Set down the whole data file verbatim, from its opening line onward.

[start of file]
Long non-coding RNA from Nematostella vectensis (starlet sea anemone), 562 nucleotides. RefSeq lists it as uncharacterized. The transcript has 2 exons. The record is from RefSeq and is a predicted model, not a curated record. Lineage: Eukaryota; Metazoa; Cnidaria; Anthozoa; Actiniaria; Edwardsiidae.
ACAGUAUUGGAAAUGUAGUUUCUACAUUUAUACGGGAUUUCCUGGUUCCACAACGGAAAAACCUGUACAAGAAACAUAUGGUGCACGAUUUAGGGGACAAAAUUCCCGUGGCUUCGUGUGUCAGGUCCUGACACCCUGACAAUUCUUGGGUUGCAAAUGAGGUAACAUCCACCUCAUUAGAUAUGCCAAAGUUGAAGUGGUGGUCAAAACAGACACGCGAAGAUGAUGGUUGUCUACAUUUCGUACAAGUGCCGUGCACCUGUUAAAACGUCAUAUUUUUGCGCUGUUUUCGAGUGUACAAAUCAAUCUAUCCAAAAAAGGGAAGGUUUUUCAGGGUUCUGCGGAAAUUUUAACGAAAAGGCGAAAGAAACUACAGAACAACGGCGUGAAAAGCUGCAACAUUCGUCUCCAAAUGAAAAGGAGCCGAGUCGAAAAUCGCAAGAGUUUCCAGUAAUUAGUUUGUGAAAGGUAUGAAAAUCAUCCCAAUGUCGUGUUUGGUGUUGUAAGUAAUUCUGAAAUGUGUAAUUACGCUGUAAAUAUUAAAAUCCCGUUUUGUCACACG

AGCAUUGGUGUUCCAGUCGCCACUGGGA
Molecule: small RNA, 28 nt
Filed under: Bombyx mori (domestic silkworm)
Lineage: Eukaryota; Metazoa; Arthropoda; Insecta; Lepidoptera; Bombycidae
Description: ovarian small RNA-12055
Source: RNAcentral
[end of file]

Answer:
Long non-coding RNA from Nematostella vectensis (starlet sea anemone), 562 nucleotides. RefSeq lists it as uncharacterized. The transcript has 2 exons. The record is from RefSeq and is a predicted model, not a curated record. Lineage: Eukaryota; Metazoa; Cnidaria; Anthozoa; Actiniaria; Edwardsiidae.
ACAGUAUUGGAAAUGUAGUUUCUACAUUUAUACGGGAUUUCCUGGUUCCACAACGGAAAAACCUGUACAAGAAACAUAUGGUGCACGAUUUAGGGGACAAAAUUCCCGUGGCUUCGUGUGUCAGGUCCUGACACCCUGACAAUUCUUGGGUUGCAAAUGAGGUAACAUCCACCUCAUUAGAUAUGCCAAAGUUGAAGUGGUGGUCAAAACAGACACGCGAAGAUGAUGGUUGUCUACAUUUCGUACAAGUGCCGUGCACCUGUUAAAACGUCAUAUUUUUGCGCUGUUUUCGAGUGUACAAAUCAAUCUAUCCAAAAAAGGGAAGGUUUUUCAGGGUUCUGCGGAAAUUUUAACGAAAAGGCGAAAGAAACUACAGAACAACGGCGUGAAAAGCUGCAACAUUCGUCUCCAAAUGAAAAGGAGCCGAGUCGAAAAUCGCAAGAGUUUCCAGUAAUUAGUUUGUGAAAGGUAUGAAAAUCAUCCCAAUGUCGUGUUUGGUGUUGUAAGUAAUUCUGAAAUGUGUAAUUACGCUGUAAAUAUUAAAAUCCCGUUUUGUCACACG

AGCAUUGGUGUUCCAGUCGCCACUGGGA
Molecule: small RNA, 28 nt
Filed under: Bombyx mori (domestic silkworm)
Lineage: Eukaryota; Metazoa; Arthropoda; Insecta; Lepidoptera; Bombycidae
Description: ovarian small RNA-12055
Source: RNAcentral